“Think of it as an investment” are dreaded words for even the most shopping-hardened of husbands.
Occasionally, it turns out to be correct. Top-of-the-range Hermès handbags hold their value well and can sometimes be resold at a profit. A relief, when something stitched in crocodile hide can end up costing more than a car.
Perhaps that’s a factor in why the French luxury leather goods firm is now valued well above France’s second biggest bank, Societe Generale (which, admittedly, is not having the best time of it at the moment).
Hermès’ market cap is now more than $39.8 billion on the Paris stock exchange, with SocGen well back on $22 billion, the Guardian reported this month. In late August Hermès also posted a 37% rise in first-half operating profits.
Much of that is down to Chinese demand, with an HSBC research report last week confirming that there is little sign of a hard landing as far as luxury goods sales in China is concerned.
The report’s authors also reckon that China is going to surpass Japan in high-end consumption much faster than initially predicted: by the end of this year, in fact. That would put it into first position, and HSBC predicts that luxury sales will continue to expand at an astounding rate, from around $13 billion at present to $106 billion by 2020.
This type of demand means that brands are basing their future growth on Chinese shoppers. When WiC was in Paris this summer, for instance, it noted that all the major stores on the Rue du Faubourg du Saint-Honoré had a Chinese salesperson, with calculator at the ready. And then in Gucci we tracked a group from Beijing which was spending with gusto. On the evidence of their shopping bags, they had already cleared the shelves at Chanel earlier in the afternoon.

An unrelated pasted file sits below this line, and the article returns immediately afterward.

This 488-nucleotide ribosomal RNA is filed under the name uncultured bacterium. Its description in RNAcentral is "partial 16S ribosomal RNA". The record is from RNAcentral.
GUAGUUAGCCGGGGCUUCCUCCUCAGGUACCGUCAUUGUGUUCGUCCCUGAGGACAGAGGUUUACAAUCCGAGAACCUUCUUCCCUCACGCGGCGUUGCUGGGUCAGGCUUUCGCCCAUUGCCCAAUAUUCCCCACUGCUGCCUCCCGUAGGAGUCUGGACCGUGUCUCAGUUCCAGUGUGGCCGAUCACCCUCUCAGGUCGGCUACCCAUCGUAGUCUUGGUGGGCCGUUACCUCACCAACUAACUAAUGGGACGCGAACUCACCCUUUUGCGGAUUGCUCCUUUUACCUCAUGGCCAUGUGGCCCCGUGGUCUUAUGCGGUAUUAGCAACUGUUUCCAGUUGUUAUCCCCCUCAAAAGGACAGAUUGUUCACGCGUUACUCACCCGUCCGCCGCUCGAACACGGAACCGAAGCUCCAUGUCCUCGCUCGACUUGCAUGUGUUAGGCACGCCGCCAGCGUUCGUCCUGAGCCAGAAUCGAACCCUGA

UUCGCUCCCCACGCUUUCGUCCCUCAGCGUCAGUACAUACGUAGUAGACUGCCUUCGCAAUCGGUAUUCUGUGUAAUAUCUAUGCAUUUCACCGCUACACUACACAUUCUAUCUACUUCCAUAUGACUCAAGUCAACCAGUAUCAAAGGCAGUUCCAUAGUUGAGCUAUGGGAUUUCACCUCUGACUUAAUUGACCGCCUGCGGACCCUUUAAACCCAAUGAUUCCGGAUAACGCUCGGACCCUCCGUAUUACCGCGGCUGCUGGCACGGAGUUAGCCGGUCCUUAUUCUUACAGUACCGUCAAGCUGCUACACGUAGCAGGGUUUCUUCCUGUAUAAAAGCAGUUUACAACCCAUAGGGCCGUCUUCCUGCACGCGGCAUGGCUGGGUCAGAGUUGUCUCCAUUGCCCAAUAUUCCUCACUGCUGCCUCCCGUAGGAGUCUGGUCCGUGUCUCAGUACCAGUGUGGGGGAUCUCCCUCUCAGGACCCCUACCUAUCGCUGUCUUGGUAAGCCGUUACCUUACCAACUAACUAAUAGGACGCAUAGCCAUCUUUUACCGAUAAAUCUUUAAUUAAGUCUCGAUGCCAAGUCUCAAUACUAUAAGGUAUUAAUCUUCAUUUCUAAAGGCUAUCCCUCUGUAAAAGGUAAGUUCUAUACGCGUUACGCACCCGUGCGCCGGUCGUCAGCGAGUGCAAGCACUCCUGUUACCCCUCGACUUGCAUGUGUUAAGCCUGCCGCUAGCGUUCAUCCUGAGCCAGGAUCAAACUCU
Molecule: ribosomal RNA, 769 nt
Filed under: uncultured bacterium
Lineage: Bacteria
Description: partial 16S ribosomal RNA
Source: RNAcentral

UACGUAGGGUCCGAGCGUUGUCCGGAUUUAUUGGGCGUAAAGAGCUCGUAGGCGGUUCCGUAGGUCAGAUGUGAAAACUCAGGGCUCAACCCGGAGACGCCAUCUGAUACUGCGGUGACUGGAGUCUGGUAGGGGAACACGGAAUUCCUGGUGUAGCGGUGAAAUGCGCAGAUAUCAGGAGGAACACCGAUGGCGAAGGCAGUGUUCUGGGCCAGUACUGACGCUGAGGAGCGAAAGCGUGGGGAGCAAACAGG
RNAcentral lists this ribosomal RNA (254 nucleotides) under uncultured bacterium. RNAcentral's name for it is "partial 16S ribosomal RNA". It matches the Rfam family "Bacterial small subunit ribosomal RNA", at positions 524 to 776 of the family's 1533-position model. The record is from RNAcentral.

Nor are the international brands just waiting for Chinese shoppers to visit. The world’s largest Mont Blanc store is not in its home market of Germany, for example, but on Shanghai’s Nanjing Road West (Mont Blanc has 95 stores in China versus just 34 stores in the US, making it the luxury pen and watchmaker’s number one market).
Small wonder, then, that glossy brands like legendary sportscar maker Ferrari are reported to be considering a listing on the Hong Kong stock exchange.
Bankers say Ferrari thinks, like Prada before it, that it will get a higher valuation from listing in Hong Kong than in Milan.
“Displaying wealth has become a trend in China, and we think this will continue to translate into growing purchases of luxury goods for oneself, or as gifts,” HSBC writes.
“We think consumer habits may not necessarily always correspond to income levels due to the need to socially fit in and show off wealth.”
Unlike in the West, men account for a larger proportion of luxury goods sales (China is “a local luxury-goods market that is probably the only male-driven one on the planet,” says HSBC). While men are often buying gifts for women, “the decision of buying for women is still made by men,” François-Henri Pinault, head of the French apparel group PPR, which owns Bottega Veneta and Gucci, confirmed to the Wall Street Journal recently.